Karin Laub of the Associated Press has written a terribly biased report about the trial of Ahed Tamimi aka Shirley Temper.
The title of the piece, which refers to her as a “protest icon”, is perhaps the first clue this is no objective piece of reporting. But it get worse. A whole lot worse.
Palestinian protest icon Ahed Tamimi is to go on trial before an Israeli military court on Tuesday for slapping and punching two Israeli soldiers — an act Palestinians say embodies their David vs. Goliath struggle against a brutal military occupation and Israel portrays as a staged provocation meant to embarrass its military.
Israel’s full-throttle prosecution of Tamimi, one of an estimated 300 Palestinian minors in Israeli jails, and a senior Israeli official’s recent stunning revelation that he once had parliament investigate whether the blond, blue-eyed Tamimis are a “real” Palestinian family have helped stoke ongoing interest in the case.
The teen with the curly mane of hair who turned 17 in jail last month has become the latest symbol of the long-running battle between Palestinians and Israelis over global public opinion.
The case touches on what constitutes legitimate resistance to Israel’s rule over millions of Palestinians, already in its 51st year after Israel captured the West Bank, Gaza Strip and east Jerusalem in 1967.
This is highly misleading, especially given the Tamimis themselves see the entirety of Israel as the “occupation.” That includes Ahed. If Israel was to hand over all of the territories we liberated in 1967, the Tamimis would still be engaging in their violent shenanigans.
Ahed Tamimi’s supporters see a brave girl who struck two armed soldiers outside her West Bank home in frustration after having just learned that Israeli troops seriously wounded a 15-year-old cousin, shooting him in the head from close range with a rubber bullet during nearby stone-throwing clashes.
Frustration was not the trigger. We have video evidence that her mother instructed her to go over to the soldiers and cause trouble.
Israel has treated Tamimi’s actions as a criminal offense, indicting her on charges of assault and incitement that could potentially land her in prison for several years.
Tamimi’s middle-of-the-night arrest from her home in December and her pre-trial court appearances, flanked by Israeli guards and looking impassive, have evoked a sense of history on a loop.
Impassive? That word does not mean what Laub thinks it means.
Another generation of Palestinians seems locked in a cycle of protests and arrests by Israel, three decades after Palestinians staged their first uprising, throwing stones and burning tires in the streets.
Since the mid-1990s, several U.S.-mediated rounds of Israeli-Palestinian negotiations on setting up a Palestinian state alongside Israel have ended in failure. Gaps in positions only widened in the past decade, as Israeli settlement expansion continued and the Palestinians failed to end a crippling political split between an internationally backed self-rule government in parts of the West Bank and the Islamic militant group Hamas which dominates Gaza.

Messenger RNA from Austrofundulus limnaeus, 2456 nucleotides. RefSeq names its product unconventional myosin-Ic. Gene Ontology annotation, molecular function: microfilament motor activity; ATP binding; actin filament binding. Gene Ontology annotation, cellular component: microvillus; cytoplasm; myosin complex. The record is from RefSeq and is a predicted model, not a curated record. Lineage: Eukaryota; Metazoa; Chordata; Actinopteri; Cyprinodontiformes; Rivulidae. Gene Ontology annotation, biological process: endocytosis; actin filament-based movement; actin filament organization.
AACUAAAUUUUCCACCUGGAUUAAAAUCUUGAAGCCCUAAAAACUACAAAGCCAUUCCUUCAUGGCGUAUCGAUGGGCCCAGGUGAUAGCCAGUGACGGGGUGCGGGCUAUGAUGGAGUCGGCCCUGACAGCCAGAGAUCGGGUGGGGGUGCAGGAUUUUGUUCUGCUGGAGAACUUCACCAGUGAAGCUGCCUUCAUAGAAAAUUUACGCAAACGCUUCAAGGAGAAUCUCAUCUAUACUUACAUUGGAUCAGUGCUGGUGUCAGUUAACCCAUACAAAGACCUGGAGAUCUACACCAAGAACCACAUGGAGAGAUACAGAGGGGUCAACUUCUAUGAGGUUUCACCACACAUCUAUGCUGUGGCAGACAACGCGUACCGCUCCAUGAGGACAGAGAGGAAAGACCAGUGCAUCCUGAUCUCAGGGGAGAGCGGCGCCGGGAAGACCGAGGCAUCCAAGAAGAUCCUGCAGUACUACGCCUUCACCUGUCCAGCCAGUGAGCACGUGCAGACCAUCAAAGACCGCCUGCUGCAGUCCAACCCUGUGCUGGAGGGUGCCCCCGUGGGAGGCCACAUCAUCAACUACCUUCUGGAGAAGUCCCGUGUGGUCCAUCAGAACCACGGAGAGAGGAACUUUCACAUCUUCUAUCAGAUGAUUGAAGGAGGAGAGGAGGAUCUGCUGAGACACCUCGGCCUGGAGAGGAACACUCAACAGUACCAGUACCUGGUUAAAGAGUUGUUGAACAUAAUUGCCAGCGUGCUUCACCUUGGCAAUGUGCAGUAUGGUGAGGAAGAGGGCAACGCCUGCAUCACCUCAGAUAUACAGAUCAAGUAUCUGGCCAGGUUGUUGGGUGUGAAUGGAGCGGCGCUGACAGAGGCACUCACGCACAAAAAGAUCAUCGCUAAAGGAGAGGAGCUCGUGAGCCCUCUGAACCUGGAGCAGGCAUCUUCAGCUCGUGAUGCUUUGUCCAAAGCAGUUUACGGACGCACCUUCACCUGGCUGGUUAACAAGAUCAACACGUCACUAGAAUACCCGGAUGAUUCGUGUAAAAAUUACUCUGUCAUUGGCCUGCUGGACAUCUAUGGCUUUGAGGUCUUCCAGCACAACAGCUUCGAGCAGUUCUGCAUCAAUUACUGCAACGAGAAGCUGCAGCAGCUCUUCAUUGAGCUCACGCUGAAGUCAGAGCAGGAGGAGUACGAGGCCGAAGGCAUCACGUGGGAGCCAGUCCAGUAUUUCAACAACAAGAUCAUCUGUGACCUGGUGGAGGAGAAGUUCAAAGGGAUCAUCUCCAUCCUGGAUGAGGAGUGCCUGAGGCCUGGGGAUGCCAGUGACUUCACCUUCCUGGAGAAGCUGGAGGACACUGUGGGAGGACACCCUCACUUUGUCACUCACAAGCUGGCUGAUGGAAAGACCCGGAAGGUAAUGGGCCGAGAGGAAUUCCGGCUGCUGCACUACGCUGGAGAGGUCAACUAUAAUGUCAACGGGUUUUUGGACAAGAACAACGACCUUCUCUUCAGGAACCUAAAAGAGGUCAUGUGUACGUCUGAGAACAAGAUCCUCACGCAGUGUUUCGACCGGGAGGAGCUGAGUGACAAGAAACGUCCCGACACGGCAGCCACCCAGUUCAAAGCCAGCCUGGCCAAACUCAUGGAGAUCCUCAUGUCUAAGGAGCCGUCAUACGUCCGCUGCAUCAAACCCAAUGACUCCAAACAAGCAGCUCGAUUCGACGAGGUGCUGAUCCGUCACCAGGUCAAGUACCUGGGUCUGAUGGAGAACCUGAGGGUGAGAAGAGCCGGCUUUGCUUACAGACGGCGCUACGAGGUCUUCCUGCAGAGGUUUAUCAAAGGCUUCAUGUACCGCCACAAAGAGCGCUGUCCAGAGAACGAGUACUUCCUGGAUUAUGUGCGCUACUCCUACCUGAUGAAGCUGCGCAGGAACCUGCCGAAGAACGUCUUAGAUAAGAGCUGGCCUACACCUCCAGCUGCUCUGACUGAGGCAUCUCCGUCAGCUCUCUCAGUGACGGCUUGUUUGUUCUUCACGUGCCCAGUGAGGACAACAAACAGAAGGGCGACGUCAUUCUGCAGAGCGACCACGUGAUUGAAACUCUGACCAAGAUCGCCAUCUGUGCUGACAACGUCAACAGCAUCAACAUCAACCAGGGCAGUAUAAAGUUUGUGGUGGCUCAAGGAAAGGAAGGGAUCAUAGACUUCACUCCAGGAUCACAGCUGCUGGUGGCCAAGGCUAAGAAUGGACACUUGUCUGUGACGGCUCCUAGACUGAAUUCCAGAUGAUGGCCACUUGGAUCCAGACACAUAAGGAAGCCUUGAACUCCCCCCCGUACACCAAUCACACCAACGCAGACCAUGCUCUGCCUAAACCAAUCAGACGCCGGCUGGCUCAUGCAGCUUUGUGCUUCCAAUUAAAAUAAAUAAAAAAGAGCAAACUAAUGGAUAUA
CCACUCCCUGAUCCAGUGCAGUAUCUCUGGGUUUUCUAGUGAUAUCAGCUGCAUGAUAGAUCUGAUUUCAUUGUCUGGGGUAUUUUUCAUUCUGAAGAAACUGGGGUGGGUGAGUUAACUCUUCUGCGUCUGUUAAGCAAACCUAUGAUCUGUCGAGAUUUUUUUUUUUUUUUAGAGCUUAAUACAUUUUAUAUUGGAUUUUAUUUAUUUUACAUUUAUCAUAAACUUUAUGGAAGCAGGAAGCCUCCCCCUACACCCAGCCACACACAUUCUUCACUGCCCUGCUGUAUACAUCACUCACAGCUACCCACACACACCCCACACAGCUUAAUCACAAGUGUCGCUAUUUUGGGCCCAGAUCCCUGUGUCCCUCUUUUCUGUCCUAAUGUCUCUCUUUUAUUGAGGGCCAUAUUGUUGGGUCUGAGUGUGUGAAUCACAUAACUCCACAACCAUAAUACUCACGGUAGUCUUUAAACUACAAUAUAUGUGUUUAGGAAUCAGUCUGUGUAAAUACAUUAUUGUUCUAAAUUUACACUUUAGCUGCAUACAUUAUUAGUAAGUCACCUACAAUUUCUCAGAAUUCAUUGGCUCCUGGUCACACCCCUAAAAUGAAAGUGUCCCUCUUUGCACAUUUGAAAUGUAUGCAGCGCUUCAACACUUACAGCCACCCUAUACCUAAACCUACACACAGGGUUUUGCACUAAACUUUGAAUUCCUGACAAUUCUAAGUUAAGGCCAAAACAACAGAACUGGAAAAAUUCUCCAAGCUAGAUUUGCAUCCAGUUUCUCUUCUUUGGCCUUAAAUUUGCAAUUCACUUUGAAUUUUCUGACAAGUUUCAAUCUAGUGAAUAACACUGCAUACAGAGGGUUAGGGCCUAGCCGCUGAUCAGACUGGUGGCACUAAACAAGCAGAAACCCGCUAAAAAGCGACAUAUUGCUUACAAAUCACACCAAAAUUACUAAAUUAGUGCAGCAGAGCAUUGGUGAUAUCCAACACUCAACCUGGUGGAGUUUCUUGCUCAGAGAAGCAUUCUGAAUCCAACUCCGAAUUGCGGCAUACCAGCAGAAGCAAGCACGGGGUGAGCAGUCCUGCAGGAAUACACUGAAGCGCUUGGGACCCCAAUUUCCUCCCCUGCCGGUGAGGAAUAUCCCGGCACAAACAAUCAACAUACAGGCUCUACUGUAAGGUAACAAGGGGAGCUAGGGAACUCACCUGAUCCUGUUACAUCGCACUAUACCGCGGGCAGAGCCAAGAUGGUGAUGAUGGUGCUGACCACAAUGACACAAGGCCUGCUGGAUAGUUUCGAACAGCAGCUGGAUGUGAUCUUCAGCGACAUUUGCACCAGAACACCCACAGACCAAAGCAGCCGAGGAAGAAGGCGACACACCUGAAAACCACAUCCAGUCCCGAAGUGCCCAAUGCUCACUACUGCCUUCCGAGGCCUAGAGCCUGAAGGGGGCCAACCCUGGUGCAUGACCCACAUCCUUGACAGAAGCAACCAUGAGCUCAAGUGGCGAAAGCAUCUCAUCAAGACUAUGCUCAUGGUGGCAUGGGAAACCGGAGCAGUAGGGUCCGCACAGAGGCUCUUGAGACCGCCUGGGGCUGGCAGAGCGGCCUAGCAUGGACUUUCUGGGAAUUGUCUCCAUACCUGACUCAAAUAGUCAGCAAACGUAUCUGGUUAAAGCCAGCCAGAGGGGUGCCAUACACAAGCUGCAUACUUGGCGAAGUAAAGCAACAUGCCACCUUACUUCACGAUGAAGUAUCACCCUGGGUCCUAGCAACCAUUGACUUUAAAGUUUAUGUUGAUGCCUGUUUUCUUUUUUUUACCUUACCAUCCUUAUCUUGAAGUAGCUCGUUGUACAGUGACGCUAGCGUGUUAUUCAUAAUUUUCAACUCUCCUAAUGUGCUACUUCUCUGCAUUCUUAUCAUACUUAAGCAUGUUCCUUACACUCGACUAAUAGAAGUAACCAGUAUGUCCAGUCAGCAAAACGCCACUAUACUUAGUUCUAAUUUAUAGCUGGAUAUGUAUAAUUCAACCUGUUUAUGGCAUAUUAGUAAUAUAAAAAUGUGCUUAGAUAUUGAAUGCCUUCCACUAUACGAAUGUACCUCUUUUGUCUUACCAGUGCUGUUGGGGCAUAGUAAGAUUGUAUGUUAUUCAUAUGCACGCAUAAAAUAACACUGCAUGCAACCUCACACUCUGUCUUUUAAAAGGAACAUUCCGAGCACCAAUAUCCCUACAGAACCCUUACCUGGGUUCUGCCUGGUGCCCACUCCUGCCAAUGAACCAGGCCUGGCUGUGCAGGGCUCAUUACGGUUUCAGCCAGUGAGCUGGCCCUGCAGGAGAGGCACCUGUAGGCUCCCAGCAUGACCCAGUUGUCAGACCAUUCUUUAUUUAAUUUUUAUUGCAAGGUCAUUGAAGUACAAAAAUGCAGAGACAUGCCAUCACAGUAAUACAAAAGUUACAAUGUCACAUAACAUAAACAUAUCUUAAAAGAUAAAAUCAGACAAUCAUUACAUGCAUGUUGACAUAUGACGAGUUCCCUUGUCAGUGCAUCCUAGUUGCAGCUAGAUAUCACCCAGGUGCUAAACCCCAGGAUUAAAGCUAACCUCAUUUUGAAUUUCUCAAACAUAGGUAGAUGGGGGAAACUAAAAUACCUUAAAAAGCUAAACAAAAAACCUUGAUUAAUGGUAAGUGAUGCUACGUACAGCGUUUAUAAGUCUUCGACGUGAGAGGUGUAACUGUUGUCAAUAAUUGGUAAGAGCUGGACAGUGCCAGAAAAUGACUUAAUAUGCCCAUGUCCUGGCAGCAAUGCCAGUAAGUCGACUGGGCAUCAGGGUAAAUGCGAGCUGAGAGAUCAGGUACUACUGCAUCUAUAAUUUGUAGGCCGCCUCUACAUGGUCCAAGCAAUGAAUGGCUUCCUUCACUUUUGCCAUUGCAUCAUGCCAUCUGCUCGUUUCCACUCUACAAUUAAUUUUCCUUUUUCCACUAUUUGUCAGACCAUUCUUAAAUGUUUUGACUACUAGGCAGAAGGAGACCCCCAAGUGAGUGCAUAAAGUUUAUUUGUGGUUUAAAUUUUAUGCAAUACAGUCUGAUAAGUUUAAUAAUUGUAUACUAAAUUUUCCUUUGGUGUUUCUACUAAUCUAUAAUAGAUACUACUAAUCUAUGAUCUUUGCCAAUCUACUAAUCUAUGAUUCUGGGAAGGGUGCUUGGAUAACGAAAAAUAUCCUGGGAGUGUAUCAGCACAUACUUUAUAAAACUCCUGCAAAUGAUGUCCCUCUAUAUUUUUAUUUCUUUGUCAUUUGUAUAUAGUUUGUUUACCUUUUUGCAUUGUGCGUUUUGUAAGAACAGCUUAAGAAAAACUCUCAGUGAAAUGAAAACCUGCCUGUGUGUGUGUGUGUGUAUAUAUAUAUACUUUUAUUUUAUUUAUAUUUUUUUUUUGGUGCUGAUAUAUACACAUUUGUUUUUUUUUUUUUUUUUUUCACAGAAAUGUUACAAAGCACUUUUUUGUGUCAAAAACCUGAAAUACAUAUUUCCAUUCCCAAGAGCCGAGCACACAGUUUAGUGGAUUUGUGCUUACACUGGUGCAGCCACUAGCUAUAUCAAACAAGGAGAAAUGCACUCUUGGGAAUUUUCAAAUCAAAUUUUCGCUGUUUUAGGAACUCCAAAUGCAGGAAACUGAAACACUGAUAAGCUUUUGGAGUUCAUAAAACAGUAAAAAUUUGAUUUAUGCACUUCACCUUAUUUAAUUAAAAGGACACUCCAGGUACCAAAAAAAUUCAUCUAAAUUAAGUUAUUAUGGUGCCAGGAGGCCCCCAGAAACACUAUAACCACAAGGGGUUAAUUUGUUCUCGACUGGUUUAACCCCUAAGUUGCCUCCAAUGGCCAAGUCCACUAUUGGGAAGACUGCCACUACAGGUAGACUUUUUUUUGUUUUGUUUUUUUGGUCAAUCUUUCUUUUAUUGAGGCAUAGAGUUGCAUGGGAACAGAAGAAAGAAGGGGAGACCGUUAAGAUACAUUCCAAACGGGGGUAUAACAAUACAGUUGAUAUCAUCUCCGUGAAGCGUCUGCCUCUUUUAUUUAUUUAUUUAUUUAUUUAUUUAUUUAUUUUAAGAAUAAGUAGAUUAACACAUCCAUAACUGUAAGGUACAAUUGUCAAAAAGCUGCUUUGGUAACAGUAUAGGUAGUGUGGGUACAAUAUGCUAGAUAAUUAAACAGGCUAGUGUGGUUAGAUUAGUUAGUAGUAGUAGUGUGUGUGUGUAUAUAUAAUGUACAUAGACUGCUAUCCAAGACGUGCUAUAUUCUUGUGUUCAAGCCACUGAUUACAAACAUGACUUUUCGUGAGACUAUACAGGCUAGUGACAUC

Note how Laub starts with Israeli settlement expansion when explaining the failure of peace negotiations, while on the palestinian side, the issue is Fatah and Hamas not getting along. No mention of palestinian terrorist and incitement, or their rejection of Israeli peace offers and offers to negotiate.
Tamimi’s father Bassem, who threw his first stone at the age of 14 and was an activist in the first uprising, said he expects the military court will deal harshly with his daughter and that she might remain in prison for some time.
His wife, Nariman, is being prosecuted in the same Dec. 15 scuffle in their village of Nabi Saleh and has been locked up alongside their daughter.
Nope, not a “scuffle” (nor a melee). It was a one-sided attack on the soldiers, who showed remarkable restraint in not responding.
In Nabi Saleh, Bassem Tamimi has used the interest in his daughter’s case to generate more support, saying he has hosted hundreds of foreigners in his home since her Dec. 19 arrest. His living room is decorated with several “Free Ahed” posters and one of Nariman.
On a recent morning, he met with volunteer observers from Switzerland, Sweden, Colombia, Argentina and Britain, going over the details of Ahed’s case and explaining his political views, including his support for a bi-national state in which Israelis and Palestinians enjoy equal rights.
Bassem Tamimi does not support a bi-national state in which Israelis have equal rights with palestinians. He is a vile antisemite who supports the murder of Jewish Israelis.
After the group left, Bassem Tamimi got word that Hebrew graffiti had popped up on several walls in the village, but that teenagers were trying to cover up the threatening messages.
He rushed to the area, a few hundred meters (yards) from an army watchtower at the edge of the village, to try to preserve what he felt were valuable tools in the PR battle with Israel.
The first slogan called for the death penalty for Ahed. A second read: “The Tamimi family has no place in the Land of Israel.” A third warned: “Greetings from the retaliation branch of the IDF.”
As he took photos and video to be posted on social media, a dozen teenagers, some masked, headed toward the watchtower for weekly stone-throwing clashes with soldiers.
Worried that they might try to spray over the graffiti, Tamimi shouted, “Leave it, leave it,” as the group walked past him.
What a coincidence this happened right as Laub was interviewing Tamimi. Does Laub not for a second think that this was staged? Of course not.
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